In the normal state natural to him, man is taken as a duality. He consists entirely of dualities or 'pairs of opposites'. All man's sensations, impressions, feelings, thoughts, are divided into positive and negative, useful and harmful, necessary and unnecessary, good and bad, pleasant and unpleasant. The work of centres proceeds under the sign of this division. Thoughts oppose feelings. Moving impulses oppose instinctive craving for quiet. This is the duality in which proceed all the perceptions, all the emotions, the whole life of man. Any man who observes himself, however little, can see this duality in himself.
But this duality would seem to alternate; what is victor today is the vanquished tomorrow. Everything is equally mechanical, equally independent of will, and leads equally to no aim of any kind. The understanding of duality in oneself begins with the realisation of mechanicalness and of the difference between what is mechanical and what is conscious. This understanding must be preceded by the destruction of the self-deceit in which a man lives who considers even his most mechanical actions to be volitional and conscious, and himself to be single and whole.
When self-deceit is destroyed and a man begins to see the difference between the mechanical and the conscious in himself, there begins a struggle for the realisation of the conscious in life and for the subordination of the mechanical to the conscious. For this purpose, a man begins with endeavours to set a definite decision, coming from conscious motives, against mechanical processes proceeding according to the laws of duality. The creation of a permanent third principle is for man the transformation of the duality into the trinity.
Strengthening the decision, and bringing it constantly and infallibly into all those events where formerly accidental neutralising 'shocks' used to act and give accidental results, gives a permanent line of results in time and is the transformation of trinity into quaternity. The next stage, the transformation of quaternity into quinternity and the construction of the pentagram has not one but many different meanings even in relation to man. Of these, the first, which is the most beyond doubt, relates to the work of centres.
And then man becomes the six-pointed star, that is, by becoming locked within a circle of life independent and complete in itself, he becomes isolated from foreign influences or accidental shocks; he embodies in himself the Seal of Solomon.
In the present instance, the given series of symbols — 2, 3, 4, 5, 6 — is interpreted as applicable to one process. But even this interpretation is incomplete because a symbol can never be fully interpreted. It can only be experienced — in the same way, for instance, as the idea of self-knowledge must be experienced.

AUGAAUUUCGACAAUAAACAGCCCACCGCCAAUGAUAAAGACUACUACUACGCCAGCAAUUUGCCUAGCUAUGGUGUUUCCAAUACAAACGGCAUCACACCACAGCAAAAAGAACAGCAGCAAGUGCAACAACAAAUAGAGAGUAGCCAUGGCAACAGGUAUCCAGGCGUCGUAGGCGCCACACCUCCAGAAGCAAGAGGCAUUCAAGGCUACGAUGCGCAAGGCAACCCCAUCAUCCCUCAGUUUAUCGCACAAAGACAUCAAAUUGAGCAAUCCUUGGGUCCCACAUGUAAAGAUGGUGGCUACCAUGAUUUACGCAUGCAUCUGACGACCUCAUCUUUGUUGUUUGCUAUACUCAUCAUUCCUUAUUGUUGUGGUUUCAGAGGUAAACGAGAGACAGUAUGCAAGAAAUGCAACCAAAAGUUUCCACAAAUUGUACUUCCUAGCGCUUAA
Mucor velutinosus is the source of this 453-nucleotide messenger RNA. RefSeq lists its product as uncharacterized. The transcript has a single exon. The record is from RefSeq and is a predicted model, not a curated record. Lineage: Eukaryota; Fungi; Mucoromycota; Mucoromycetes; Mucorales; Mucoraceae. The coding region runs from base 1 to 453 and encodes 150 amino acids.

This same process of the harmonious development of man can be examined from the point of view of the law of octaves [see Universal Octaves — Ed.], which gives another set of symbols. In the sense of the law of octaves, every completed process is a transition of the note do through a series of successive tones to the do of the next octave. The seven fundamental tones of the octave express the law of seven. The addition to it of the do of the next octave, that is to say, the crowning of the process, gives the eighth step. The seven fundamental tones together with the two 'hiccups' and the 'additional shocks' give nine steps. By incorporating in it the do of the next octave we have ten steps. The last, the tenth, step is the end of the preceding and the beginning of the next cycle. In this way, the law of octaves and the process of development it expresses include the numbers 1 to 10.
At this point we come to what may be termed the symbolism of numbers. The symbolism of numbers cannot be understood without the law of octaves or without a clear conception of how octaves are expressed in the decimal system and vice versa.
Then there exists also a symbology of magic, a symbology of alchemy, and a symbology of astrology, as well as the system of the symbols of the Tarot which unites them into one whole.
In this sense, it is possible to speak of the symbolism of speech, although this symbolism is not understood by everyone. To understand the inner meaning of what is said is possible only on a certain level of development and when accompanied by the corresponding efforts and state of the listener. But on hearing things which are new for him, instead of making efforts to understand them, a man begins to dispute them, or refute them, maintaining against them an opinion which he considers to be right and which as a rule has no relation whatever to them. In this way he loses all chance of acquiring anything new. To be able to understand speech when it becomes symbolical, it is essential to have previously learned and already know how to listen. Where speech deals with objective knowledge and the union underlying diversity, any attempt to understand literally is doomed to failure and, in most cases, results in further delusions.
It is necessary to dwell upon this because the intellectualism of contemporary education imbues people with a propensity and a tendency to look for logical definitions and for logical arguments against everything they hear. Hence, without noticing it, people unconsciously fetter themselves with their desire for exactitude in those spheres where exact definitions, by their very nature, imply inexactitude in meaning.
Therefore, because of this tendency in our thinking, it often happens that exact knowledge concerning details, communicated to a man before he has acquired an understanding of the essential nature of a thing, makes it difficult for him to understand this essential nature. This does not mean that exact definitions do not exist on the way to true knowledge: on the contrary, only there do they exist; but they differ very greatly from what we usually think them to be. If anyone supposes that he can go along the way of self-knowledge guided by an exact knowledge of all details, and if he expects to have such knowledge without first having given himself the trouble to assimilate the indications he has received concerning his own work, then he should first of all understand that he will not attain knowledge until he makes the necessary efforts and that only of himself and only by his own efforts can he attain what he seeks. No one can ever give him what he did not possess before; no one can do for him the work he should do for himself. All that another can do for him is to give him the impetus to work, and from this point of view symbolism, properly perceived, plays the part of an impetus of this kind for our knowledge.